London pulls away from rest of UK in wealth, says first paper in major inequality study

 
Harry Robertson
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Average weekly earnings among full-time employees in London are a third higher than the UK average. (Source: Getty)

London has been far more economically productive than the rest of the country over the last two decades while earnings in the capital are much higher than elsewhere, a new study by the Institute for Fiscal Studies (IFS) has shown.


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The IFS has today launched the Deaton Review of inequalities in the UK, which it said will be “the most comprehensive scientific analysis of inequalities yet attempted”.

The five-year project will be chaired by Nobel prize-winning economist Sir Angus Deaton and funded by the charity the Nuffield Foundation. It aims to understand inequality in income, wealth, health, social mobility and political participation in Britain.

In a study released today to mark the launch of the review, IFS economists found that real economic output grew by 3.1 per cent a year in London on average between 1998 and 2017, compared with 1.9 per cent in the UK as a whole.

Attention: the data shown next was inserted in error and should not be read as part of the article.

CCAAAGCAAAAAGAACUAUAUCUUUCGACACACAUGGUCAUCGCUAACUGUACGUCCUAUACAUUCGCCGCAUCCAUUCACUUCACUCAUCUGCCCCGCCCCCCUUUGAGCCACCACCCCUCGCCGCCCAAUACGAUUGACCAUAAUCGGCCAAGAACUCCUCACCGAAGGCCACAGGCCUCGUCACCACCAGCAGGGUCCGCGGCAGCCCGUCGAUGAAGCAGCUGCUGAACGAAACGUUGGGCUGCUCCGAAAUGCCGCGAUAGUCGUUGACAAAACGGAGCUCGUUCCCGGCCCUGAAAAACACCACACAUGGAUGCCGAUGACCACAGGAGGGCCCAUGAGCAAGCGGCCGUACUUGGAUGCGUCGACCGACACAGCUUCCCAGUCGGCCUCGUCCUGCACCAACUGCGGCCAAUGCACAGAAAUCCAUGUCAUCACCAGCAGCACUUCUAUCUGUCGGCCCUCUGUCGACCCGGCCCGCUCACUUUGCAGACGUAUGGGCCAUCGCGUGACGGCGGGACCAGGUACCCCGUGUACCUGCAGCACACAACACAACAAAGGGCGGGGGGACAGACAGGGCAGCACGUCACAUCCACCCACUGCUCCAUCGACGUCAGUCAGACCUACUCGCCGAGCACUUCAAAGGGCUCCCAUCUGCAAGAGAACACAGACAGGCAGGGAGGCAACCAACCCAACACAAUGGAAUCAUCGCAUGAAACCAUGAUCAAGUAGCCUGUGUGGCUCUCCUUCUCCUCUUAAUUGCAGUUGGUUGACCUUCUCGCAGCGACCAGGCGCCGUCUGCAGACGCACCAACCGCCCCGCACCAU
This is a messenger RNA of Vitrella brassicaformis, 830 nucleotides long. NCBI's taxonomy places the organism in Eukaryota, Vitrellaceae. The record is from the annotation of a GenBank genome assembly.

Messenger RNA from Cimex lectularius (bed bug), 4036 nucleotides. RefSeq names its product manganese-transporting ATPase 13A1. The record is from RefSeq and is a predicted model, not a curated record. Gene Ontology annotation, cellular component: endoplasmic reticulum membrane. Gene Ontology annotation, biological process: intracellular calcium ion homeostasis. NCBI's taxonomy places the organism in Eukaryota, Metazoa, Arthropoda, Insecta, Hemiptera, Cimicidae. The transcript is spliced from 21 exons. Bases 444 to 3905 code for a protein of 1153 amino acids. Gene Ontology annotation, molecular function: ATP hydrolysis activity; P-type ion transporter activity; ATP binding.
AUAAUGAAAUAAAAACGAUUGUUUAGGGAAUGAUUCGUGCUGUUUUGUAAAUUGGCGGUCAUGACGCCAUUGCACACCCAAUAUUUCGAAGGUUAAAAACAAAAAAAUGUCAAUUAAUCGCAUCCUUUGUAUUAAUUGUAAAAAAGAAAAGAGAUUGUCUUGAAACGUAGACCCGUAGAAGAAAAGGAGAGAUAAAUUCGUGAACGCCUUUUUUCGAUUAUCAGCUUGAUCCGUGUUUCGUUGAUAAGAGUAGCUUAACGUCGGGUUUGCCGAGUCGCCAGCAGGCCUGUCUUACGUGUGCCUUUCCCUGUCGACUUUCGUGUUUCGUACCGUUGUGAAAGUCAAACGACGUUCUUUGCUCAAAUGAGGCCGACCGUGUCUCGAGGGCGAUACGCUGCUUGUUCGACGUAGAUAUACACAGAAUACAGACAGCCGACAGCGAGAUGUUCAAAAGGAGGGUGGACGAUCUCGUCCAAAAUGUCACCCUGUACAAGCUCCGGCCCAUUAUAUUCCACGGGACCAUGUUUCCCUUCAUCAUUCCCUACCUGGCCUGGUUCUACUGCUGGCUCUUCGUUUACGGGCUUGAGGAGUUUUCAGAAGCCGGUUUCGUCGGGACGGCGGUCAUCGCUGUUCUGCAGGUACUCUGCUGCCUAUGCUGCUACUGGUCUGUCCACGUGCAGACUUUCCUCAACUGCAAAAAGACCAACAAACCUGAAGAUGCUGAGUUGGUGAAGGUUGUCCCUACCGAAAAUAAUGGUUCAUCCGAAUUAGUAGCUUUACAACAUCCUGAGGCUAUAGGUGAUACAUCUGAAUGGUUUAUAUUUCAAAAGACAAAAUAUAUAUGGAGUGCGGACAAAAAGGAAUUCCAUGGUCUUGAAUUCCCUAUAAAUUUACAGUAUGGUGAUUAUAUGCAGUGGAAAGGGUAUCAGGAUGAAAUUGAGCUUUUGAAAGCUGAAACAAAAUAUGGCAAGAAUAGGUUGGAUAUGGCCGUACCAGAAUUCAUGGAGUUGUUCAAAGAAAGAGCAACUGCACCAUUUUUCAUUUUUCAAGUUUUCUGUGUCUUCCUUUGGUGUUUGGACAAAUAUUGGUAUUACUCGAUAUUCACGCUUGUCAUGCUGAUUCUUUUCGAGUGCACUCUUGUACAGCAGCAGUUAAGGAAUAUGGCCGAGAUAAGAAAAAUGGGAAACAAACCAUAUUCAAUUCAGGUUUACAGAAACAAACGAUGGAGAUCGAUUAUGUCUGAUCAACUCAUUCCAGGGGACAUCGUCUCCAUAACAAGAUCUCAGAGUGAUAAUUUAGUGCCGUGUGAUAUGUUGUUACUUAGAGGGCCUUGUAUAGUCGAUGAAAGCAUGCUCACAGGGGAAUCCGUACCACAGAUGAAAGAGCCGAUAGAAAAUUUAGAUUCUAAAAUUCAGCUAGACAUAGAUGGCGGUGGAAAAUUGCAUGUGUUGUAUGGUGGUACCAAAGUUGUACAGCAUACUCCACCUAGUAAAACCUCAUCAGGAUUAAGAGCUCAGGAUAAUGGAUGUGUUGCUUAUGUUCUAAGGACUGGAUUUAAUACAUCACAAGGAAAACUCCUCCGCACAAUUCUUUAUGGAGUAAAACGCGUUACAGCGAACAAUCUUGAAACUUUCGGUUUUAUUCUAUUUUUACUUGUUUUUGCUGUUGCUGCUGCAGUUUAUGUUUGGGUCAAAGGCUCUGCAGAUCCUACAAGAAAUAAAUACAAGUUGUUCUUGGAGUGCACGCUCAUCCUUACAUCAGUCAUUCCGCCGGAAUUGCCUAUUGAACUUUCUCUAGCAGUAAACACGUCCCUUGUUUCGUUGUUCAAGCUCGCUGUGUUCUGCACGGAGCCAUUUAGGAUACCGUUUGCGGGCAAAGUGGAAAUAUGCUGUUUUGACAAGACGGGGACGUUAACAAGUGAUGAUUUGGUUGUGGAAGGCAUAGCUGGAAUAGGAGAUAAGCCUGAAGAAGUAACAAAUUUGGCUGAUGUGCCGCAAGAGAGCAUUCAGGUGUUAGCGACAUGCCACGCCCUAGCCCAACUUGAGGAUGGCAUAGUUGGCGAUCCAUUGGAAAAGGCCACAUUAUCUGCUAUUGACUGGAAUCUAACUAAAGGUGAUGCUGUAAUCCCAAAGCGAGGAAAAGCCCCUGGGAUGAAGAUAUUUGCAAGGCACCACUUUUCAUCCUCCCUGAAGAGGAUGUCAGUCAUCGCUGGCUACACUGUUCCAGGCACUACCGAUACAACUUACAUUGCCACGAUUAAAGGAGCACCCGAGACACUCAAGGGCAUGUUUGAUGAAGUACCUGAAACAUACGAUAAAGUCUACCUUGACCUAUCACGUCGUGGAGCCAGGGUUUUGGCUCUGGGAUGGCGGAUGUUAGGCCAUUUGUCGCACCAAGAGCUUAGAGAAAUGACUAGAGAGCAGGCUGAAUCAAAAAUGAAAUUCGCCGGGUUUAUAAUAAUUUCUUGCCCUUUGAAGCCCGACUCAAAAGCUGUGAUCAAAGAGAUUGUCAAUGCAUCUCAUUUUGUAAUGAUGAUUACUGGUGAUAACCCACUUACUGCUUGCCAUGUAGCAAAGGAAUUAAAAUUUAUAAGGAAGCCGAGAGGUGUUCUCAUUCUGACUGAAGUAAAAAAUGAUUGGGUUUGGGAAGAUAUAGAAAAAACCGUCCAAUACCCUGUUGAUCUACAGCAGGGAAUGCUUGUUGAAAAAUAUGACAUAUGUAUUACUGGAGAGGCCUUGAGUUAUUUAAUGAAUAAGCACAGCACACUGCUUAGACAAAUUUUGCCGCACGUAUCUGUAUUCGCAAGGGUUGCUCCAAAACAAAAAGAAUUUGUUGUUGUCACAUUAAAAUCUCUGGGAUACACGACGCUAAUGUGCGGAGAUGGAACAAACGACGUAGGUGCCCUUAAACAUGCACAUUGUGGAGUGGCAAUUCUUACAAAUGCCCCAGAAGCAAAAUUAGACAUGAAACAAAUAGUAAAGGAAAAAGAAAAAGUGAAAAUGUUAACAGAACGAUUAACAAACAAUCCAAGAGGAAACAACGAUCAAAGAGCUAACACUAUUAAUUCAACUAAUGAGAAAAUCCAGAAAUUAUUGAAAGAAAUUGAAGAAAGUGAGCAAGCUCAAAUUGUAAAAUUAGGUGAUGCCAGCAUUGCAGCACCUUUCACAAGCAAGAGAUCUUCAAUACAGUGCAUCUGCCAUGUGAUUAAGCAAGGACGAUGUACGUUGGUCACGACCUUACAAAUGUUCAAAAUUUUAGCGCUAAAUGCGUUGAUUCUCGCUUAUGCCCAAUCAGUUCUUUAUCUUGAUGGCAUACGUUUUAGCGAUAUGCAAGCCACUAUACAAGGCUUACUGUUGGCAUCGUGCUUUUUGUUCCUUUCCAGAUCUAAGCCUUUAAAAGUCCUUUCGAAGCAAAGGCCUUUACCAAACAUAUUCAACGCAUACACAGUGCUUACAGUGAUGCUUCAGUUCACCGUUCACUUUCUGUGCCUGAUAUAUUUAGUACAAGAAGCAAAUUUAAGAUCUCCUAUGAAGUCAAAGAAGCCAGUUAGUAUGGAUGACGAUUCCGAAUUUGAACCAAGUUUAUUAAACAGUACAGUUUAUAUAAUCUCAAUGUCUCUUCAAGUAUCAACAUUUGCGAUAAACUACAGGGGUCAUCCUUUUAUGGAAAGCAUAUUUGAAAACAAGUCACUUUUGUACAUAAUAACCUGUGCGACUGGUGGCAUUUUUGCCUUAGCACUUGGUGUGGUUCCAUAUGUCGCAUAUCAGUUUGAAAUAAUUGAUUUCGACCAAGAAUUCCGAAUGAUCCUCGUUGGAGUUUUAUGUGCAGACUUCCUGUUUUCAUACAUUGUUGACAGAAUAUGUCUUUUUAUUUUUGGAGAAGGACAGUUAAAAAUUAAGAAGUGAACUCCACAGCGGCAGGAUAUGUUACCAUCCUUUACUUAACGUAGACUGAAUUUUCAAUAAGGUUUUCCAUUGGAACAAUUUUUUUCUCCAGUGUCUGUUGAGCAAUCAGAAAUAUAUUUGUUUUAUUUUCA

Average weekly earnings among full-time employees in London are a third higher than the UK average, the study found, although it said high housing and other costs mean Londoners’ real living standards are not as different as these figures suggest.

Social mobility is also better in the capital, the study found. A child growing up in London to parents in the bottom third of income has a 30 per cent chance of moving to the top third, compared with 22 per cent nationally.

Britain has the second-highest income inequality of any major economy, the report said, with only the US more unequal. The share of income going to the one per cent of richest households has nearly tripled in the last four decades to around eight per cent today.

However, inequality in overall household income – that is, earnings, benefits and other sources – has changed little over the last 20 years, as the rapid expansion of welfare programmes such as tax credits has made up for rising inequality in earnings.

Speaking about the launch of the Deaton Review, Paul Johnson, director of the IFS, said: “I can’t think of anything more important than understanding what drives the inequalities we see today and working out what we might do to influence them.”

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Tim Gardam, chief executive of the Nuffield Foundation, said: “The Deaton Review is a project that sits at the heart of the Nuffield Foundation’s purpose to advance opportunity and social well-being. The multidimensional nature of inequality is among the most contentious issues of our times.”